- Translated from the True Buddha News issue
- Book Number 144 Searching for Another Horizon
- Translated by Aleric Er
- Edited by May Kwan and Mimosa
- Proofread by Mimosa
Recently, I read a biography of Master Xuan Jian.
He was strict, honest and law abiding, and would neither hesitate
to berate others for any misconduct nor save their faces.
Towards the end of the Sui era, there was political
turmoil. Many monks left the monastery in fear for their lives.
They donned the clothes of the commoners and lived amongst them.
Only Master Xuan Jian stubbornly wore Buddhist robes and continued
to live a monk's life.
Many taunted him and regarded him as a stubborn
old mule. To which he then replied "I'd rather go to the hell
than to renounce Buddhism to save my skin."
When Tang Gao Ju united and ruled China, Master
Xuan Jian returned to his home in Ze Chuan to rebuild the temple.
With perseverance and determination, the temple began to flourish
to its former glory.
While the temple was being reconstructed, Sun Yi,
the village chief, sent jars of wine to construction workers as
a sign of appreciation.
When Master Xuan Jian found out about this, he "personally"
ensured that every single jar was smashed and proclaimed that he
would rather the temple lay in ruins than to allow people indulge
in illegal goods.
His remark angered the village chief and he wanted
to have the master killed. However, that night as the village chief
slept, his guardian spirit appeared in his dream and warned him
not to kill Master Xuan Jian. After he woke up, he apologized remorsefully
for what he had done and released Master Xuan Jian immediately.
After reading this, I recall a year in Seattle when
it snowed heavily. I took off my robes, put on winter gear and went
skiing in front of the Rey Tseng Temple. On another occasion, the
monks in the monastery and I went skiing at Mt. Sinokemi , obviously
in winter gear.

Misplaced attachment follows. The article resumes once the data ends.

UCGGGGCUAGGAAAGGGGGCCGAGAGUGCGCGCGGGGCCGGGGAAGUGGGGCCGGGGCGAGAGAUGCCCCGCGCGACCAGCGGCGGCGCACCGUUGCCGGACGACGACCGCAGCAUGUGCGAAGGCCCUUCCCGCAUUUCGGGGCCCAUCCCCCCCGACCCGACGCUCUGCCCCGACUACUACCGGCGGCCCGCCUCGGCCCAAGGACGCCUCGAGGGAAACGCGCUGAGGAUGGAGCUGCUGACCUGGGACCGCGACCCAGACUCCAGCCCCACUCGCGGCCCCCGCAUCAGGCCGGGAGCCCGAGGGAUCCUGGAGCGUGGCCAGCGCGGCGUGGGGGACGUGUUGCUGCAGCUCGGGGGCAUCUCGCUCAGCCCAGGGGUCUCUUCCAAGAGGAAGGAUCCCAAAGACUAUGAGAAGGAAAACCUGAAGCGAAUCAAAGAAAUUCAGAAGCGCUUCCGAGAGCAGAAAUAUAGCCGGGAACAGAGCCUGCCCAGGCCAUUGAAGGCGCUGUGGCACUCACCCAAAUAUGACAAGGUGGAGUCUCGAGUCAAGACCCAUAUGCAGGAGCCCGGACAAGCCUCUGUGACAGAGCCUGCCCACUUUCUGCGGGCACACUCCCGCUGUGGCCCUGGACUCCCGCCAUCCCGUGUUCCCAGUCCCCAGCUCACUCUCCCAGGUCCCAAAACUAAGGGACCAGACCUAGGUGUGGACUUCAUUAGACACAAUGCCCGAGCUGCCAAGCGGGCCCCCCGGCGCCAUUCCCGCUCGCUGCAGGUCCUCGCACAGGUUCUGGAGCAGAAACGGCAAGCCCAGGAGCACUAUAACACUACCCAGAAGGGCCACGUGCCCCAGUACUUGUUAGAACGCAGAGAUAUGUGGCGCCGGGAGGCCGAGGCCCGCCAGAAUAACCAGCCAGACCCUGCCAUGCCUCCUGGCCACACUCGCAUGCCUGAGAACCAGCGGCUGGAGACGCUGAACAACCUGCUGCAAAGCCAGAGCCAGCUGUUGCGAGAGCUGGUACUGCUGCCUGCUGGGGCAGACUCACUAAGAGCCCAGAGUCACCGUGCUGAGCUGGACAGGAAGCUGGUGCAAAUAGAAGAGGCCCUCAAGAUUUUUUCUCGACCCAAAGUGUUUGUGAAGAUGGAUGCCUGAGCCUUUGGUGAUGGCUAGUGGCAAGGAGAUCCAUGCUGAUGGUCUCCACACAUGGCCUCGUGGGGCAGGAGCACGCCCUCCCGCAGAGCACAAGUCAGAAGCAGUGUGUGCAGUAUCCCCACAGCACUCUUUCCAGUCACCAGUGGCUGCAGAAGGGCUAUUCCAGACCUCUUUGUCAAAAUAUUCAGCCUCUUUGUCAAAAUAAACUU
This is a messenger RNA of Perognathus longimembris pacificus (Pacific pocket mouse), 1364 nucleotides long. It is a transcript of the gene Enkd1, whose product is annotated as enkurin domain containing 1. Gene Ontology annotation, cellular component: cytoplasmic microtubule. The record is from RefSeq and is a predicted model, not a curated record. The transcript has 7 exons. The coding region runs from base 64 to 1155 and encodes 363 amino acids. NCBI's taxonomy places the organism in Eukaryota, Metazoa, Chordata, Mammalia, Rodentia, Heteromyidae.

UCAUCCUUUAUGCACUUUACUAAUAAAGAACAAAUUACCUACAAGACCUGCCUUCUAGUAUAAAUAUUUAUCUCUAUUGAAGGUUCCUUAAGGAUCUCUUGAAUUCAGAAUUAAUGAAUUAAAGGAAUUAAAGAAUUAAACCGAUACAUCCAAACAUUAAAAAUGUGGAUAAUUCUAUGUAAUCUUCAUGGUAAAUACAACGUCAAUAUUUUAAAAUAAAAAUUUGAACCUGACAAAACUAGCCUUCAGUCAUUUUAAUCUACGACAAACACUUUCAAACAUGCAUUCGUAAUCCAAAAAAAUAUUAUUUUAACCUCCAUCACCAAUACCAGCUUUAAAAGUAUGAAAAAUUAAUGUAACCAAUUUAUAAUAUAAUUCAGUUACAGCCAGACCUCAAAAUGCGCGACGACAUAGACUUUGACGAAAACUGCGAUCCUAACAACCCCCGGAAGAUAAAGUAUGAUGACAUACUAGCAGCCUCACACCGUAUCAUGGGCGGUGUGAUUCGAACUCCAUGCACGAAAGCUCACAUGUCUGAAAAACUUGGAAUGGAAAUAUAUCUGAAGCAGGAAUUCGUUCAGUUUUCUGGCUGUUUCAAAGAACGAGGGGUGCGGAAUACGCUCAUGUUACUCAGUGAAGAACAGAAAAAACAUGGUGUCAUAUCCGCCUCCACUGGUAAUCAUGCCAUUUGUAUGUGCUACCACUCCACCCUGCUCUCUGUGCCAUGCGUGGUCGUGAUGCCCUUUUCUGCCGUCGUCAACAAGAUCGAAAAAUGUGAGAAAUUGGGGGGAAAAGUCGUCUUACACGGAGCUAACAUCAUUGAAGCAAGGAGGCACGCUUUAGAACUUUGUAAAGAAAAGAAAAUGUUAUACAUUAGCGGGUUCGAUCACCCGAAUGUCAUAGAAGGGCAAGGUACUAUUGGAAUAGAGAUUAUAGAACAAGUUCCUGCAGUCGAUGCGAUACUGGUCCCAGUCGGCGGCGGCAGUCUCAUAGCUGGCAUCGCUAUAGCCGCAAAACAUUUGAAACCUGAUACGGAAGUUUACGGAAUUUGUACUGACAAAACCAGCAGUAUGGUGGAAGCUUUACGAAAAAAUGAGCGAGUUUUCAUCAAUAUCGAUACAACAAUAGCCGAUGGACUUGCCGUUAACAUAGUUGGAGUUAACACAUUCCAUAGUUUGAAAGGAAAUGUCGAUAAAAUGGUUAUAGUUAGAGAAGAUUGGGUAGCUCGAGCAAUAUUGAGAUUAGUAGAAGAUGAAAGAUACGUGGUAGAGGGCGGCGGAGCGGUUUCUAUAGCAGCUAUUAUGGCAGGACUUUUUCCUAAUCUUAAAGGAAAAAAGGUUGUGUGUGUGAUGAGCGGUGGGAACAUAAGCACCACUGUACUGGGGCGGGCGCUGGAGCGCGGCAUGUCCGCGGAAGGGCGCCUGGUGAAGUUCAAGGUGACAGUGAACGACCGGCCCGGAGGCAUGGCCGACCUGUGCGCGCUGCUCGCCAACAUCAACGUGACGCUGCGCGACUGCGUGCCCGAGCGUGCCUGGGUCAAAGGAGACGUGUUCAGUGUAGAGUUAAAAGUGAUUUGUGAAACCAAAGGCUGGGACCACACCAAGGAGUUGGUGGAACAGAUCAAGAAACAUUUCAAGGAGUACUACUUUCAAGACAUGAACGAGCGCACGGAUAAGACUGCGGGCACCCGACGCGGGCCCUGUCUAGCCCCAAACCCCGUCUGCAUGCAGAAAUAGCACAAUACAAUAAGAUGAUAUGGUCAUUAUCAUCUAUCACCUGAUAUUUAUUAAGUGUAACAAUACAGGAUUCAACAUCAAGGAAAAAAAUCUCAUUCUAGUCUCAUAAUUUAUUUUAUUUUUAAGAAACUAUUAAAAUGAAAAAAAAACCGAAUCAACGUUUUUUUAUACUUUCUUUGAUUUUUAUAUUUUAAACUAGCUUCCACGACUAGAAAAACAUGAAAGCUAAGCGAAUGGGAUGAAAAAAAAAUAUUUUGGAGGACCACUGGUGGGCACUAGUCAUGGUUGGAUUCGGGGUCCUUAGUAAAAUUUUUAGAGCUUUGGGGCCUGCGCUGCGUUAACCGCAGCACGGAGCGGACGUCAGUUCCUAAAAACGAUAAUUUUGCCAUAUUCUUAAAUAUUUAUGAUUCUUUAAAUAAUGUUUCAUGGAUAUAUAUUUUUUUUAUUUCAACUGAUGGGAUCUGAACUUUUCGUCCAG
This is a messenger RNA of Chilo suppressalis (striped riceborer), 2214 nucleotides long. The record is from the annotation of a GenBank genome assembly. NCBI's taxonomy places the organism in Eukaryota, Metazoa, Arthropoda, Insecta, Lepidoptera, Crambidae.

When I was in Tahiti, I donned on a Hawaiian shirt
and shorts when there were no monks or monasteries in sight. I wore
swimwear when I swam in the sea. That was because Tahiti was unbearably
When I was in Shikoku, Japan visiting the Eighty-eight
Temples, I put on casual clothes, as it was a hot summer.
There is one other thing. When it gets dark in Tahiti,
the mosquitoes and insects start to infest the area and it is impossible
to sleep without lighting a mosquito coil or spraying some insecticide.
Thus, I have taken lives by doing so.
I do not pay attention to details and prefer to
go with the flow. However, after reading about Master Xuan Jian,
I have become more conscious of my actions.
Do my actions abide by the laws of Buddhism or do
they run contrary to the laws? I am sure that a lot of people will
object if I claim that my actions abide by the laws of Buddhism.
Then what should one do if the actions violate the
laws of Buddhism?
I wonder if we could design winter robes for monks
Or could there be thinner robes for monks in Tahiti
to suit the summer-like weather that lasts throughout the year.
I am very afraid of hot weather.
Is there a robe for swimming? Should monks swim
to keep fit?
And should we be allowed to take the lives of the
mosquitoes in Tahiti? How about chanting the deliverance mantra
for them? If we cannot kill the mosquitoes there, I will be tortured
for as long as I live.
I will leave these questions to be answered by intellectuals